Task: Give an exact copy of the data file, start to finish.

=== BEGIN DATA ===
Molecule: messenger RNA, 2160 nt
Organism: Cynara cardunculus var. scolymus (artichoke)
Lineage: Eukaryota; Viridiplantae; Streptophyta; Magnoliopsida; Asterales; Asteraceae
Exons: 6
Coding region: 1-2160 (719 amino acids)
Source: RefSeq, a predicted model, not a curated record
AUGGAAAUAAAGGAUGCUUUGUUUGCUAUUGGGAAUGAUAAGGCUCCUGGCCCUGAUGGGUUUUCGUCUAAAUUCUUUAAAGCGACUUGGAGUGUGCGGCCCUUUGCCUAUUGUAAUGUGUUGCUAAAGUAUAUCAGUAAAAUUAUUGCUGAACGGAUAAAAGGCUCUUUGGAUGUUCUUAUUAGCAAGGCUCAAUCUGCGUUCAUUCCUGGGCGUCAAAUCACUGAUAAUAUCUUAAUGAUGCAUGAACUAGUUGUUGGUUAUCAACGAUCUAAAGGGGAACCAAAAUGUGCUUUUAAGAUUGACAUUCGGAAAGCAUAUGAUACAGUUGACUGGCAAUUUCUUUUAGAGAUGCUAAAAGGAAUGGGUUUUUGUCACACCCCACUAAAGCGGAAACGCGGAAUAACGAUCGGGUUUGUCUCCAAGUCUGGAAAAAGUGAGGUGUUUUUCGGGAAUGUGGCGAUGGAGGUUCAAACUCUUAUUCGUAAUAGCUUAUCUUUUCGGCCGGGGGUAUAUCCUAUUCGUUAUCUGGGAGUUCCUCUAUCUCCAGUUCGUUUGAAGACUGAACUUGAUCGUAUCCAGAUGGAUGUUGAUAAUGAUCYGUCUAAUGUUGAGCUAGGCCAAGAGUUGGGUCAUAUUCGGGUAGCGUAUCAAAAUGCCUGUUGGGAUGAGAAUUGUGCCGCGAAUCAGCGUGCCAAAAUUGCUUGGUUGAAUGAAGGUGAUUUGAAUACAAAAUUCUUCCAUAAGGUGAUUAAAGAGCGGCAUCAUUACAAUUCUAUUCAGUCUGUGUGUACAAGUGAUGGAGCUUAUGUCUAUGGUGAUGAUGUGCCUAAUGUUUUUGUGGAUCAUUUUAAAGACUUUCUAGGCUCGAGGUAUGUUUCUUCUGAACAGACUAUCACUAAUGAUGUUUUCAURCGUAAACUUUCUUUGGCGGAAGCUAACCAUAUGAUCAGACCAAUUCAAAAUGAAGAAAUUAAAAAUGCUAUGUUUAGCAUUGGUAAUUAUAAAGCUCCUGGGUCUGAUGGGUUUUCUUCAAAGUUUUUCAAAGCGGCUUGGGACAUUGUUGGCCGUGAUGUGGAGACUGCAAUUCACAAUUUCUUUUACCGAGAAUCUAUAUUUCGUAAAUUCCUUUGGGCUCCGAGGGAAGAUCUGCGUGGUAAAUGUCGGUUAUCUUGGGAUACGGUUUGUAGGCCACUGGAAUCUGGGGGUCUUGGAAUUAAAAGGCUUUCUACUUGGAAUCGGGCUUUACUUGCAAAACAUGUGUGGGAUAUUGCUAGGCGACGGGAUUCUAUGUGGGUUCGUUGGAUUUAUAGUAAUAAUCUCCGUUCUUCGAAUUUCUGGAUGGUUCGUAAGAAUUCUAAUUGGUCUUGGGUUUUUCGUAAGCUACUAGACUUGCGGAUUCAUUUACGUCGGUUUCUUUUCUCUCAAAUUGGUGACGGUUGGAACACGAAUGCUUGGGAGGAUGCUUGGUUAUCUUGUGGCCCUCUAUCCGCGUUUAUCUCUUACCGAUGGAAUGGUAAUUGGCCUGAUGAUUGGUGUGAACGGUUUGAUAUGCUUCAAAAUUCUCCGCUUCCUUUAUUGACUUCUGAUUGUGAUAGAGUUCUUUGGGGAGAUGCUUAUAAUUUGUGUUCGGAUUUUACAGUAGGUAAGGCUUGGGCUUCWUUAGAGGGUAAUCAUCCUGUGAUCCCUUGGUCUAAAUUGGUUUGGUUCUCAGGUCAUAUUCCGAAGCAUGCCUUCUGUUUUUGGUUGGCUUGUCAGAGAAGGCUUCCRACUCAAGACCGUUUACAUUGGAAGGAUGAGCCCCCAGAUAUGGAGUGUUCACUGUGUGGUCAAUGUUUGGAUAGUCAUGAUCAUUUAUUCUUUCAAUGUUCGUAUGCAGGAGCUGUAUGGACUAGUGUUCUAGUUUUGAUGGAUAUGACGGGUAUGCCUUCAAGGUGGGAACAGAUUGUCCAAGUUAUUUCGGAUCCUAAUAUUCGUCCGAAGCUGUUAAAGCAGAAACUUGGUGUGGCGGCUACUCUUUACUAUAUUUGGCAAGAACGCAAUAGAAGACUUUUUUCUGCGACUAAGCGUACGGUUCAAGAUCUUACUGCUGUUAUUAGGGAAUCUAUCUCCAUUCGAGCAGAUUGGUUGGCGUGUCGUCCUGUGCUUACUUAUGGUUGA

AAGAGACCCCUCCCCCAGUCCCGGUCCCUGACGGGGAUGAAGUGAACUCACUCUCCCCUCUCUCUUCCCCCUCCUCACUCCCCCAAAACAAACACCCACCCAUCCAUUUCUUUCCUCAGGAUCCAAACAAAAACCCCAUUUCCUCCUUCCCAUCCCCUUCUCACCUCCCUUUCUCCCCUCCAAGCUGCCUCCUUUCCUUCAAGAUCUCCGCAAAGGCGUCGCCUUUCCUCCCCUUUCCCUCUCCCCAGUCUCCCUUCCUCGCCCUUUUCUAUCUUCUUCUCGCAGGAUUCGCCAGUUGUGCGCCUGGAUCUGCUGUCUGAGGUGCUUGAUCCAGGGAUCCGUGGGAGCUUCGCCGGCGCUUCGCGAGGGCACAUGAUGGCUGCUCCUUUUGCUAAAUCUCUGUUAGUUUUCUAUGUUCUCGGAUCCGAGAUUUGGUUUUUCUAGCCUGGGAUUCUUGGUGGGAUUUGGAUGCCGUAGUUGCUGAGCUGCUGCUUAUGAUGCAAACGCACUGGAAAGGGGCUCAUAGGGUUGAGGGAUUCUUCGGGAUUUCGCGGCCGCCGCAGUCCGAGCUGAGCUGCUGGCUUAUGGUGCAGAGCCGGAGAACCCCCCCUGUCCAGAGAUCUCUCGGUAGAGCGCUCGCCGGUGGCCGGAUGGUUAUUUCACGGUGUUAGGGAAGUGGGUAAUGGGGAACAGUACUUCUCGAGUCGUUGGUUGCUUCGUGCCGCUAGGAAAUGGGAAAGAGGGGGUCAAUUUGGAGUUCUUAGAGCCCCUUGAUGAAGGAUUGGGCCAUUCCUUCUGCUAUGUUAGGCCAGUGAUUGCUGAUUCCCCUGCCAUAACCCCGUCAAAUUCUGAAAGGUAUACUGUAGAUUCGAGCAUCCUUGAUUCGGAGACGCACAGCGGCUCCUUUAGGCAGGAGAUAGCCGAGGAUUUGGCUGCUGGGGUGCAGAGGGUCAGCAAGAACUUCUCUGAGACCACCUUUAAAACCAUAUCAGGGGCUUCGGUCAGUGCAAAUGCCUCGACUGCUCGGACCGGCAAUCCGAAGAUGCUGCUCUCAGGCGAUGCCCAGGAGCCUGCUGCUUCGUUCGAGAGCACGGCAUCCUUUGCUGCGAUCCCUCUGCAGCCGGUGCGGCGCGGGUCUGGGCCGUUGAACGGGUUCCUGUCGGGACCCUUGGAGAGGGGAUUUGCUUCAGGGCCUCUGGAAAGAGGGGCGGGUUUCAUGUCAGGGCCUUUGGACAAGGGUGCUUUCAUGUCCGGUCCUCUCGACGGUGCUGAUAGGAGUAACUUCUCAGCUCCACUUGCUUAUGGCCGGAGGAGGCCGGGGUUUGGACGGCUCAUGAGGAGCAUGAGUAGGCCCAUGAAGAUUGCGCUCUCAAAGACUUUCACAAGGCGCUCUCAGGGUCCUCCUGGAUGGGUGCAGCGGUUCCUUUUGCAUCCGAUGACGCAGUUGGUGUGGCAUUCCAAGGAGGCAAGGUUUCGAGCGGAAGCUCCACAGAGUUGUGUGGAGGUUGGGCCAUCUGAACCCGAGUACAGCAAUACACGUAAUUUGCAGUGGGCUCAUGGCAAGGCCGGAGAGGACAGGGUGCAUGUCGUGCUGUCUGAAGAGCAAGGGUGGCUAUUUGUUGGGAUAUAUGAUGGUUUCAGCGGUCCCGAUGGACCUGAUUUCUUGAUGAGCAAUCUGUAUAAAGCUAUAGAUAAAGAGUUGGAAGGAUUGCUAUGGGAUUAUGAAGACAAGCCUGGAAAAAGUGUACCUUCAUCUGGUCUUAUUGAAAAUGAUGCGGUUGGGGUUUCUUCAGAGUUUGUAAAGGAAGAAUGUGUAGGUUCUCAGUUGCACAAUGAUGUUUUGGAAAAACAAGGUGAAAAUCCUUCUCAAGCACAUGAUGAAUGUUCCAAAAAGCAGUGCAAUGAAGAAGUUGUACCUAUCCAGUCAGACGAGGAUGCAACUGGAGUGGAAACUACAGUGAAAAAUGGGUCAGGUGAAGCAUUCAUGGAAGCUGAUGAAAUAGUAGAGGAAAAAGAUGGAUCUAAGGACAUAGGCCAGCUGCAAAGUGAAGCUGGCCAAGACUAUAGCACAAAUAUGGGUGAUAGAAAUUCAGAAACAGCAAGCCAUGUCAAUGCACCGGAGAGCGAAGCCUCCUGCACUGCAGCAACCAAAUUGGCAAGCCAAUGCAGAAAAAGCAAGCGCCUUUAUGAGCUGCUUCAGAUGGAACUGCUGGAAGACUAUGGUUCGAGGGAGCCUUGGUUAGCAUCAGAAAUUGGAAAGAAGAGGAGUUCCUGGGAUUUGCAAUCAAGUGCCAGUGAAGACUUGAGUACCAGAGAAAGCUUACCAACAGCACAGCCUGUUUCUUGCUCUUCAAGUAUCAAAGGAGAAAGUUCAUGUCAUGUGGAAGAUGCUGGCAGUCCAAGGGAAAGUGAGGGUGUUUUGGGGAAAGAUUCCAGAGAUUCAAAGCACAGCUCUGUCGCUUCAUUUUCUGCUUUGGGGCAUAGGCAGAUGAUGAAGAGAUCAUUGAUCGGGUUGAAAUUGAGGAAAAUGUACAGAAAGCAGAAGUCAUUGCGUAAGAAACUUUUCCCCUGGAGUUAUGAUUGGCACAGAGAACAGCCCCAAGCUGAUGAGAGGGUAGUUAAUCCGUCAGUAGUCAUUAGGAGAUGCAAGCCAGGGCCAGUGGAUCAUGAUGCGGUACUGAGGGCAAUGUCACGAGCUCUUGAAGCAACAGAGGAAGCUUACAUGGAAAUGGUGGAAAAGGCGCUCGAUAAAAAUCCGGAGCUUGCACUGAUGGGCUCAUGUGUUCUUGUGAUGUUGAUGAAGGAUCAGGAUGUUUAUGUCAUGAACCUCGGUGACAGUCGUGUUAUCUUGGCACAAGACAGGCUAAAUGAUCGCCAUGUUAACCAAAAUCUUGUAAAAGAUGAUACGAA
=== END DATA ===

Molecule: messenger RNA, 2160 nt
Organism: Cynara cardunculus var. scolymus (artichoke)
Lineage: Eukaryota; Viridiplantae; Streptophyta; Magnoliopsida; Asterales; Asteraceae
Exons: 6
Coding region: 1-2160 (719 amino acids)
Source: RefSeq, a predicted model, not a curated record
AUGGAAAUAAAGGAUGCUUUGUUUGCUAUUGGGAAUGAUAAGGCUCCUGGCCCUGAUGGGUUUUCGUCUAAAUUCUUUAAAGCGACUUGGAGUGUGCGGCCCUUUGCCUAUUGUAAUGUGUUGCUAAAGUAUAUCAGUAAAAUUAUUGCUGAACGGAUAAAAGGCUCUUUGGAUGUUCUUAUUAGCAAGGCUCAAUCUGCGUUCAUUCCUGGGCGUCAAAUCACUGAUAAUAUCUUAAUGAUGCAUGAACUAGUUGUUGGUUAUCAACGAUCUAAAGGGGAACCAAAAUGUGCUUUUAAGAUUGACAUUCGGAAAGCAUAUGAUACAGUUGACUGGCAAUUUCUUUUAGAGAUGCUAAAAGGAAUGGGUUUUUGUCACACCCCACUAAAGCGGAAACGCGGAAUAACGAUCGGGUUUGUCUCCAAGUCUGGAAAAAGUGAGGUGUUUUUCGGGAAUGUGGCGAUGGAGGUUCAAACUCUUAUUCGUAAUAGCUUAUCUUUUCGGCCGGGGGUAUAUCCUAUUCGUUAUCUGGGAGUUCCUCUAUCUCCAGUUCGUUUGAAGACUGAACUUGAUCGUAUCCAGAUGGAUGUUGAUAAUGAUCYGUCUAAUGUUGAGCUAGGCCAAGAGUUGGGUCAUAUUCGGGUAGCGUAUCAAAAUGCCUGUUGGGAUGAGAAUUGUGCCGCGAAUCAGCGUGCCAAAAUUGCUUGGUUGAAUGAAGGUGAUUUGAAUACAAAAUUCUUCCAUAAGGUGAUUAAAGAGCGGCAUCAUUACAAUUCUAUUCAGUCUGUGUGUACAAGUGAUGGAGCUUAUGUCUAUGGUGAUGAUGUGCCUAAUGUUUUUGUGGAUCAUUUUAAAGACUUUCUAGGCUCGAGGUAUGUUUCUUCUGAACAGACUAUCACUAAUGAUGUUUUCAURCGUAAACUUUCUUUGGCGGAAGCUAACCAUAUGAUCAGACCAAUUCAAAAUGAAGAAAUUAAAAAUGCUAUGUUUAGCAUUGGUAAUUAUAAAGCUCCUGGGUCUGAUGGGUUUUCUUCAAAGUUUUUCAAAGCGGCUUGGGACAUUGUUGGCCGUGAUGUGGAGACUGCAAUUCACAAUUUCUUUUACCGAGAAUCUAUAUUUCGUAAAUUCCUUUGGGCUCCGAGGGAAGAUCUGCGUGGUAAAUGUCGGUUAUCUUGGGAUACGGUUUGUAGGCCACUGGAAUCUGGGGGUCUUGGAAUUAAAAGGCUUUCUACUUGGAAUCGGGCUUUACUUGCAAAACAUGUGUGGGAUAUUGCUAGGCGACGGGAUUCUAUGUGGGUUCGUUGGAUUUAUAGUAAUAAUCUCCGUUCUUCGAAUUUCUGGAUGGUUCGUAAGAAUUCUAAUUGGUCUUGGGUUUUUCGUAAGCUACUAGACUUGCGGAUUCAUUUACGUCGGUUUCUUUUCUCUCAAAUUGGUGACGGUUGGAACACGAAUGCUUGGGAGGAUGCUUGGUUAUCUUGUGGCCCUCUAUCCGCGUUUAUCUCUUACCGAUGGAAUGGUAAUUGGCCUGAUGAUUGGUGUGAACGGUUUGAUAUGCUUCAAAAUUCUCCGCUUCCUUUAUUGACUUCUGAUUGUGAUAGAGUUCUUUGGGGAGAUGCUUAUAAUUUGUGUUCGGAUUUUACAGUAGGUAAGGCUUGGGCUUCWUUAGAGGGUAAUCAUCCUGUGAUCCCUUGGUCUAAAUUGGUUUGGUUCUCAGGUCAUAUUCCGAAGCAUGCCUUCUGUUUUUGGUUGGCUUGUCAGAGAAGGCUUCCRACUCAAGACCGUUUACAUUGGAAGGAUGAGCCCCCAGAUAUGGAGUGUUCACUGUGUGGUCAAUGUUUGGAUAGUCAUGAUCAUUUAUUCUUUCAAUGUUCGUAUGCAGGAGCUGUAUGGACUAGUGUUCUAGUUUUGAUGGAUAUGACGGGUAUGCCUUCAAGGUGGGAACAGAUUGUCCAAGUUAUUUCGGAUCCUAAUAUUCGUCCGAAGCUGUUAAAGCAGAAACUUGGUGUGGCGGCUACUCUUUACUAUAUUUGGCAAGAACGCAAUAGAAGACUUUUUUCUGCGACUAAGCGUACGGUUCAAGAUCUUACUGCUGUUAUUAGGGAAUCUAUCUCCAUUCGAGCAGAUUGGUUGGCGUGUCGUCCUGUGCUUACUUAUGGUUGA

AAGAGACCCCUCCCCCAGUCCCGGUCCCUGACGGGGAUGAAGUGAACUCACUCUCCCCUCUCUCUUCCCCCUCCUCACUCCCCCAAAACAAACACCCACCCAUCCAUUUCUUUCCUCAGGAUCCAAACAAAAACCCCAUUUCCUCCUUCCCAUCCCCUUCUCACCUCCCUUUCUCCCCUCCAAGCUGCCUCCUUUCCUUCAAGAUCUCCGCAAAGGCGUCGCCUUUCCUCCCCUUUCCCUCUCCCCAGUCUCCCUUCCUCGCCCUUUUCUAUCUUCUUCUCGCAGGAUUCGCCAGUUGUGCGCCUGGAUCUGCUGUCUGAGGUGCUUGAUCCAGGGAUCCGUGGGAGCUUCGCCGGCGCUUCGCGAGGGCACAUGAUGGCUGCUCCUUUUGCUAAAUCUCUGUUAGUUUUCUAUGUUCUCGGAUCCGAGAUUUGGUUUUUCUAGCCUGGGAUUCUUGGUGGGAUUUGGAUGCCGUAGUUGCUGAGCUGCUGCUUAUGAUGCAAACGCACUGGAAAGGGGCUCAUAGGGUUGAGGGAUUCUUCGGGAUUUCGCGGCCGCCGCAGUCCGAGCUGAGCUGCUGGCUUAUGGUGCAGAGCCGGAGAACCCCCCCUGUCCAGAGAUCUCUCGGUAGAGCGCUCGCCGGUGGCCGGAUGGUUAUUUCACGGUGUUAGGGAAGUGGGUAAUGGGGAACAGUACUUCUCGAGUCGUUGGUUGCUUCGUGCCGCUAGGAAAUGGGAAAGAGGGGGUCAAUUUGGAGUUCUUAGAGCCCCUUGAUGAAGGAUUGGGCCAUUCCUUCUGCUAUGUUAGGCCAGUGAUUGCUGAUUCCCCUGCCAUAACCCCGUCAAAUUCUGAAAGGUAUACUGUAGAUUCGAGCAUCCUUGAUUCGGAGACGCACAGCGGCUCCUUUAGGCAGGAGAUAGCCGAGGAUUUGGCUGCUGGGGUGCAGAGGGUCAGCAAGAACUUCUCUGAGACCACCUUUAAAACCAUAUCAGGGGCUUCGGUCAGUGCAAAUGCCUCGACUGCUCGGACCGGCAAUCCGAAGAUGCUGCUCUCAGGCGAUGCCCAGGAGCCUGCUGCUUCGUUCGAGAGCACGGCAUCCUUUGCUGCGAUCCCUCUGCAGCCGGUGCGGCGCGGGUCUGGGCCGUUGAACGGGUUCCUGUCGGGACCCUUGGAGAGGGGAUUUGCUUCAGGGCCUCUGGAAAGAGGGGCGGGUUUCAUGUCAGGGCCUUUGGACAAGGGUGCUUUCAUGUCCGGUCCUCUCGACGGUGCUGAUAGGAGUAACUUCUCAGCUCCACUUGCUUAUGGCCGGAGGAGGCCGGGGUUUGGACGGCUCAUGAGGAGCAUGAGUAGGCCCAUGAAGAUUGCGCUCUCAAAGACUUUCACAAGGCGCUCUCAGGGUCCUCCUGGAUGGGUGCAGCGGUUCCUUUUGCAUCCGAUGACGCAGUUGGUGUGGCAUUCCAAGGAGGCAAGGUUUCGAGCGGAAGCUCCACAGAGUUGUGUGGAGGUUGGGCCAUCUGAACCCGAGUACAGCAAUACACGUAAUUUGCAGUGGGCUCAUGGCAAGGCCGGAGAGGACAGGGUGCAUGUCGUGCUGUCUGAAGAGCAAGGGUGGCUAUUUGUUGGGAUAUAUGAUGGUUUCAGCGGUCCCGAUGGACCUGAUUUCUUGAUGAGCAAUCUGUAUAAAGCUAUAGAUAAAGAGUUGGAAGGAUUGCUAUGGGAUUAUGAAGACAAGCCUGGAAAAAGUGUACCUUCAUCUGGUCUUAUUGAAAAUGAUGCGGUUGGGGUUUCUUCAGAGUUUGUAAAGGAAGAAUGUGUAGGUUCUCAGUUGCACAAUGAUGUUUUGGAAAAACAAGGUGAAAAUCCUUCUCAAGCACAUGAUGAAUGUUCCAAAAAGCAGUGCAAUGAAGAAGUUGUACCUAUCCAGUCAGACGAGGAUGCAACUGGAGUGGAAACUACAGUGAAAAAUGGGUCAGGUGAAGCAUUCAUGGAAGCUGAUGAAAUAGUAGAGGAAAAAGAUGGAUCUAAGGACAUAGGCCAGCUGCAAAGUGAAGCUGGCCAAGACUAUAGCACAAAUAUGGGUGAUAGAAAUUCAGAAACAGCAAGCCAUGUCAAUGCACCGGAGAGCGAAGCCUCCUGCACUGCAGCAACCAAAUUGGCAAGCCAAUGCAGAAAAAGCAAGCGCCUUUAUGAGCUGCUUCAGAUGGAACUGCUGGAAGACUAUGGUUCGAGGGAGCCUUGGUUAGCAUCAGAAAUUGGAAAGAAGAGGAGUUCCUGGGAUUUGCAAUCAAGUGCCAGUGAAGACUUGAGUACCAGAGAAAGCUUACCAACAGCACAGCCUGUUUCUUGCUCUUCAAGUAUCAAAGGAGAAAGUUCAUGUCAUGUGGAAGAUGCUGGCAGUCCAAGGGAAAGUGAGGGUGUUUUGGGGAAAGAUUCCAGAGAUUCAAAGCACAGCUCUGUCGCUUCAUUUUCUGCUUUGGGGCAUAGGCAGAUGAUGAAGAGAUCAUUGAUCGGGUUGAAAUUGAGGAAAAUGUACAGAAAGCAGAAGUCAUUGCGUAAGAAACUUUUCCCCUGGAGUUAUGAUUGGCACAGAGAACAGCCCCAAGCUGAUGAGAGGGUAGUUAAUCCGUCAGUAGUCAUUAGGAGAUGCAAGCCAGGGCCAGUGGAUCAUGAUGCGGUACUGAGGGCAAUGUCACGAGCUCUUGAAGCAACAGAGGAAGCUUACAUGGAAAUGGUGGAAAAGGCGCUCGAUAAAAAUCCGGAGCUUGCACUGAUGGGCUCAUGUGUUCUUGUGAUGUUGAUGAAGGAUCAGGAUGUUUAUGUCAUGAACCUCGGUGACAGUCGUGUUAUCUUGGCACAAGACAGGCUAAAUGAUCGCCAUGUUAACCAAAAUCUUGUAAAAGAUGAUACGAA